Tuesday, February 23, 2016

Nordic Reviews: Jekyll & Hyde

Please note: this review contains spoilers for both Jekyll & Hyde the musical and Det Ny Teater’s production.


Jekyll & Hyde in Det Ny Teater, Copenhagen, is a chilling tale.

Director Daniel Bohr has transported the familiar story of a doctor and his evil alter ego into a Victorian mental asylum, with psychiatric patients acting as the musical's chorus. Luckily, the decision is more than a visual gimmick. The theme of mental illness permeates the whole musical, creating a very unique version of the show. The production invites the audience into a dark universe without much hope, broken people populating the streets of London. It’s a surprisingly serious version of a musical that usually requires more tongue in cheek to function.

The show has a stationary set designed by Paul Farnsworth. The scene resembles an old surgical theatre, with a part of the audience sitting onstage. The effect is nice, but acting-wise, it results in some awkward spinning around as actors try to make sure all audience members can see them. Farnsworth’s visuals are light in colour but unsettling in tone, costumes combining elements from straitjackets to Victorian-era styles and moon shining through broken windows.


Tomas Ambt Kofod as Jekyll and Hyde is a slight disappointment. He has a lovely voice, but the way he portrays the role, part idealistic yet bland young doctor and part Captain Jack Sparrow… The Sparrow-ish antics, energetic movements and intoxicated glee might have been entertaining in some lighter-hearted production that focuses on the show’s campy aspects. In a somber version such as this one, the portrayal feels out of place. Before seeing it, I was afraid the Danish Jekyll & Hyde was going to be completely humourless. Having seen the show, I would’ve preferred no humour at all to the misplaced cheerfulness of Hyde here.

Exploring the theme further, this production would have benefited from a decidedly scary, deranged, dangerous portrayal of Hyde. I enjoy it when Hyde enjoys the murders, and showing him having fun makes sense – but instead of the almost childish delight, this production would have needed darker, disturbing, sensual joy. Apart from Lucy’s murder, Hyde didn’t scare me. With mental patients energetically dancing around him during Alive… The choreography is nice, but being the biggest bully in your mental institution is hardly the most menacing thing you could be.


Camille-Cathrine Rommedahl’s Emma is a fascinating, sorrowful character. Here, Jekyll's fiancée Emma is mentally very fragile. She seems frightened, unbalanced, unstable. With her condition in mind, Sir Danvers’s (Carl Christian Rasmussen) need to protect her makes a lot more sense than usually, as does Jekyll and Emma’s duet Take Me as I Am. Emma has problems with her mental health, Jekyll carries his own baggage with incurable illness running in the family… A Frank Wildhorn love duet given poignant meaning. Would you believe that?

As the show progresses and London turns more dangerous, we see Emma getting more distraught too, with Sir Danvers having to calm her down. Finally, Jekyll’s death is too much for her and she is dragged away screaming. And yet Rommedahl’s portrayal also has its moments of joy and sunshine, moments where you can understand how she caught Jekyll’s attention in the first place. I had no idea Emma could be this fascinating and layered – and I’ve already seen some brilliant takes on the character. A fine, fine portrayal!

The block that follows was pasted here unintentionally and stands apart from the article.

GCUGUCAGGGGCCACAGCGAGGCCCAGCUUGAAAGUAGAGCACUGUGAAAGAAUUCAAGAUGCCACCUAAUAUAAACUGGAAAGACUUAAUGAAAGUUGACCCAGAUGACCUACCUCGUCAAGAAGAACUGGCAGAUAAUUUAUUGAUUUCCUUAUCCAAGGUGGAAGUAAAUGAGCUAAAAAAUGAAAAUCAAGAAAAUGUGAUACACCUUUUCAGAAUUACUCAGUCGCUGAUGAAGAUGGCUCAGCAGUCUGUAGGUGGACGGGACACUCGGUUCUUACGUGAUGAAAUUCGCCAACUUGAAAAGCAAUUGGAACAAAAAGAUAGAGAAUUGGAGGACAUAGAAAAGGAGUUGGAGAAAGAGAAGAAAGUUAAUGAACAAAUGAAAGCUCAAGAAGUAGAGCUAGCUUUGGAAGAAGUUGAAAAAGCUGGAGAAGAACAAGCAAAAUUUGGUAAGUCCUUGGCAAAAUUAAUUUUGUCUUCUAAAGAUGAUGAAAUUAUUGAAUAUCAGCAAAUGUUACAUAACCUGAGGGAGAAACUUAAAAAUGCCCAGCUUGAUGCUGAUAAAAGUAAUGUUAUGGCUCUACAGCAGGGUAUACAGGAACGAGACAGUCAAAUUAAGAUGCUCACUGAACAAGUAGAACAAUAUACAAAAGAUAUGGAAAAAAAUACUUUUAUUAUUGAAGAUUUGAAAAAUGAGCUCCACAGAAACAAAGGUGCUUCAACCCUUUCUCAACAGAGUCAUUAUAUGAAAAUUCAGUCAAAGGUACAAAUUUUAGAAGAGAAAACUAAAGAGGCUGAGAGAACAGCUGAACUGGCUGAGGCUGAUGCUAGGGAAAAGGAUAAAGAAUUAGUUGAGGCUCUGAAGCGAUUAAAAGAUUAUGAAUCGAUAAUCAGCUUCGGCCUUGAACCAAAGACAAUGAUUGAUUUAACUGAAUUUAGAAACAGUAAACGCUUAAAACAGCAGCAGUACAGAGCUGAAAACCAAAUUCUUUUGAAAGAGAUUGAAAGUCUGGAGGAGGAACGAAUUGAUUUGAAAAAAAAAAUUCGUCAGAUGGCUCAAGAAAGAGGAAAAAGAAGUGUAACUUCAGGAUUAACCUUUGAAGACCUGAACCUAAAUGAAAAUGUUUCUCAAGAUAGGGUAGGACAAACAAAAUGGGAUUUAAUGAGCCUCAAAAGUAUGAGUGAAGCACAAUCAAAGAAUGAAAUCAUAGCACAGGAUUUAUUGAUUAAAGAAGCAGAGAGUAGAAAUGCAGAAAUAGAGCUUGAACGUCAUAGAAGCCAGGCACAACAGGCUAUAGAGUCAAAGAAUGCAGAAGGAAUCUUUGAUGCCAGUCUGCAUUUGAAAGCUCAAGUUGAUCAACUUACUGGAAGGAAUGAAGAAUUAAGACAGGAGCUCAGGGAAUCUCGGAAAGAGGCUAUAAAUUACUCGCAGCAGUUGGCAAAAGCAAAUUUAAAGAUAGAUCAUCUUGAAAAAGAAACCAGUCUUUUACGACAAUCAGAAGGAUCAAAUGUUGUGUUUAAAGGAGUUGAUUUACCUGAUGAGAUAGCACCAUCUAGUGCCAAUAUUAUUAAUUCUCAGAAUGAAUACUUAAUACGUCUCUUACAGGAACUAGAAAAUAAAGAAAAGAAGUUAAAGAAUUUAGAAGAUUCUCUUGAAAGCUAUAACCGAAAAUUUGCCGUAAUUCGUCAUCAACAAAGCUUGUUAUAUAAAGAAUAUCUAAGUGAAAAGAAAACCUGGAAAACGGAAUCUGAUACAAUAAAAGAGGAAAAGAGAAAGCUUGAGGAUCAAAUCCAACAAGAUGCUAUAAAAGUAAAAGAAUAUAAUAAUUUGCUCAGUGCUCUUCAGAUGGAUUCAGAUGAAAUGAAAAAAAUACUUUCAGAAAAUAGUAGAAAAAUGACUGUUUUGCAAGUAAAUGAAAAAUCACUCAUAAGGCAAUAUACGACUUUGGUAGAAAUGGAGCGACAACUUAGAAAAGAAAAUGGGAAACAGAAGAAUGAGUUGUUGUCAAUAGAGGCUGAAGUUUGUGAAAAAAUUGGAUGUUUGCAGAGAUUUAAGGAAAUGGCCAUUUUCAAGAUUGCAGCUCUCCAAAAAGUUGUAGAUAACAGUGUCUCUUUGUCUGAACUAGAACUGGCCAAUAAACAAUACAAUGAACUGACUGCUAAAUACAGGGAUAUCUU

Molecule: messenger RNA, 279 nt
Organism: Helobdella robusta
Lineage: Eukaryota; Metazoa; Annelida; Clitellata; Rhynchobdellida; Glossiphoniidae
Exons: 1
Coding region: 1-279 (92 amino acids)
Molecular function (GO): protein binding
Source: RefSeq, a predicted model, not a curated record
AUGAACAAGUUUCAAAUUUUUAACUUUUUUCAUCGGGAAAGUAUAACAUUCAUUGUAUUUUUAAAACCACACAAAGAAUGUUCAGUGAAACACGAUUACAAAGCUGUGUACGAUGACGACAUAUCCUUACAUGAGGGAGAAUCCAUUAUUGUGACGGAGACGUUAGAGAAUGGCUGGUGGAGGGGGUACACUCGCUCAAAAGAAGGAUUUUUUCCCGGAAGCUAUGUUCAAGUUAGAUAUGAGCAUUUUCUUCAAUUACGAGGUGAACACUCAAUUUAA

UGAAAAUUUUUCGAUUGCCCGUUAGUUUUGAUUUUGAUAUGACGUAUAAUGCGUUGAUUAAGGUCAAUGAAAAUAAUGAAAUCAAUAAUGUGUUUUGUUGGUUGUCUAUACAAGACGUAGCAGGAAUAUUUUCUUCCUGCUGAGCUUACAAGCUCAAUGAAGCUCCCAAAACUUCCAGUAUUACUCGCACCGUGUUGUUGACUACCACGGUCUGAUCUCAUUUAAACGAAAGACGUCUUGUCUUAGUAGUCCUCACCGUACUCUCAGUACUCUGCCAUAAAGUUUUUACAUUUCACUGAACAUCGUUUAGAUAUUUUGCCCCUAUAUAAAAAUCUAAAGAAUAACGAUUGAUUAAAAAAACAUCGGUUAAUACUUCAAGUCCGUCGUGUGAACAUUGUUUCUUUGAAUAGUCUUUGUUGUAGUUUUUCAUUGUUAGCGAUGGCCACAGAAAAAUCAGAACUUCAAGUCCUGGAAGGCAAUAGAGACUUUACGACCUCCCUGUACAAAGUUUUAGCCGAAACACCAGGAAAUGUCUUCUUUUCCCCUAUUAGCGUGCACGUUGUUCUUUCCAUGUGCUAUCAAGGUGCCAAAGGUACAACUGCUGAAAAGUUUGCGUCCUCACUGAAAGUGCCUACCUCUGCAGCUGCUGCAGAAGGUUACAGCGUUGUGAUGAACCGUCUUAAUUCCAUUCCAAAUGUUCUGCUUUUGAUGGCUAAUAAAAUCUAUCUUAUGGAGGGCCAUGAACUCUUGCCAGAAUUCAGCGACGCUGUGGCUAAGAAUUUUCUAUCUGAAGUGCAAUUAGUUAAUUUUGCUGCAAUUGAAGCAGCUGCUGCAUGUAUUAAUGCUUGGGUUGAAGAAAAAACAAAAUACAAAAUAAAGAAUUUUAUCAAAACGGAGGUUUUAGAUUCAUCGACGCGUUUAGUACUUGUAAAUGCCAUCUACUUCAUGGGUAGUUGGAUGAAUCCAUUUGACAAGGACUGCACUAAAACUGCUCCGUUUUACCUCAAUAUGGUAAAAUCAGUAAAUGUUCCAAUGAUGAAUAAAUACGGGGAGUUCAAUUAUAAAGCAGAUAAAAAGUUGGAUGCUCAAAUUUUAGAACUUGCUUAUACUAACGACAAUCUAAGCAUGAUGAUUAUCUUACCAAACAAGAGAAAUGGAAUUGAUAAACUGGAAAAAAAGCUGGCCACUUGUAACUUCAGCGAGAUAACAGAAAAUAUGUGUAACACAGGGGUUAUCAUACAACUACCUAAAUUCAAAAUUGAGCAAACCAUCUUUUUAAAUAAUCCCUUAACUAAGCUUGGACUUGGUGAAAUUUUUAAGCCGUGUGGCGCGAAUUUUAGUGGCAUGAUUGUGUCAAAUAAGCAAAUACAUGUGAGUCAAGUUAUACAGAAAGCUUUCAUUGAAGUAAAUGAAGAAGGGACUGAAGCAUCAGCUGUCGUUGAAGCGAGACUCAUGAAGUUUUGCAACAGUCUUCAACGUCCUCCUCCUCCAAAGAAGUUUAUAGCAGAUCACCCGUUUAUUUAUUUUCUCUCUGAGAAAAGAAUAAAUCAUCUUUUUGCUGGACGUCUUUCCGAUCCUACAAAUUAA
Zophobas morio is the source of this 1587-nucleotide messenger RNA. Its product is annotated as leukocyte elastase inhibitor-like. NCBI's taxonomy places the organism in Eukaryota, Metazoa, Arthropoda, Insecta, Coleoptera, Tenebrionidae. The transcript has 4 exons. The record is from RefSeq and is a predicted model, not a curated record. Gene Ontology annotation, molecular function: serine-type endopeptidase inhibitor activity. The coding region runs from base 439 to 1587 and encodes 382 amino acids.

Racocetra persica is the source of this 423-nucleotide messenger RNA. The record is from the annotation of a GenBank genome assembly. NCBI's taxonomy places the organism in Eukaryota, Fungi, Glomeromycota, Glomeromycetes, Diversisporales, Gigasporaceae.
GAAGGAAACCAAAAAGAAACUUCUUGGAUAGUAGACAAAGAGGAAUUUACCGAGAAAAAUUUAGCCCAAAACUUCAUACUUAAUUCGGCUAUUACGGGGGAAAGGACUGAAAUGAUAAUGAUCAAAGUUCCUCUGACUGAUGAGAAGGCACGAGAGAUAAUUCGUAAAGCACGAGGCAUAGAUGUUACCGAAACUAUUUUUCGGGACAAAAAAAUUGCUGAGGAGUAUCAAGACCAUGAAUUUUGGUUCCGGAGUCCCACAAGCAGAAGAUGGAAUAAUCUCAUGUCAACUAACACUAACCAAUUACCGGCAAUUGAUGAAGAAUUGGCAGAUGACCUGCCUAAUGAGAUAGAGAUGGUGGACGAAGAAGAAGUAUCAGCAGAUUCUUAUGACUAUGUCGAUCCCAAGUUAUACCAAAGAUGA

Julie Steincke’s Lucy, then, is Emma’s polar opposite, not only in the stereotypical sense of occupation and social standing but also mental-health-wise. This Lucy has a healthy head on her shoulders, a sharp and realistic outlook on life. Steincke makes Lucy feel like a real woman whose only folly is daring to dream at the wrong time. Out of the main characters, Lucy is the only one whose costumes don’t feature allusions to straitjackets. She would have made it out hurt but, ultimately, mentally healthy – had Hyde only been a little slower to arrive. (Her costumes, though… Imagine a caricature of a Romani girl, like Esmeralda in The Hunchback of Notre Dame, sometimes with slightly shorter skirts. What’s up with that?)

Here, it is very easy to see why Lucy dreams of Jekyll. He treats her like a lady from the very first without making a fuss out of it, calling her Miss Harris and offering her wine like any of his usual guests. Small wonder a gentleman like that fills the dreams of a woman who usually faces nothing but abuse. Even my heart fluttered a little! This is also the first production of Jekyll & Hyde I know of where Hyde explicitly confesses to being Jekyll – by taking on Jekyll’s intonation and calling her Miss Harris again – before murdering Lucy. A terrifying moment. If only Hyde could’ve been this frightening all the way through.


Kurt Ravn, who plays Utterson, is a well-known actor in Denmark. Ever since the new production of Jekyll & Hyde was announced last spring, I’ve been amused by Det Ny Teater’s way of advertising him (for example, see this article based on the theatre’s press release, with a silly promotional photo included. How many other Jekyll & Hyde promos are there featuring Utterson? None, I can assure you. I’ve been looking). Kurt Ravn is back on musical stage! As G. J. Utterson, Dr. Jekyll’s level-headed friend. Woo hoo!

I wonder if Ravn’s fans are a little disappointed by this role. He plays the part well, sure, but Utterson’s not exactly the main role of the show. He only sings in two songs… Oh well. The character has a special place in my heart, and I certainly enjoyed Ravn’s interpretation. A calm, easygoing gentleman with unwavering support for his best friend. Ravn is a fair bit older than Ambt Kofod, so the pair’s relationship is like an older brother and his favourite little brother. While the performance is nothing too exciting nor unique, Ravn makes his character very easy to like. I also wonder if I’ve ever heard Utterson’s short part sung this nicely. (Being the morbid weirdo I am, I by the way liked this production’s decision of making Utterson shoot Jekyll. That bullet also went through my heart, in the good way.)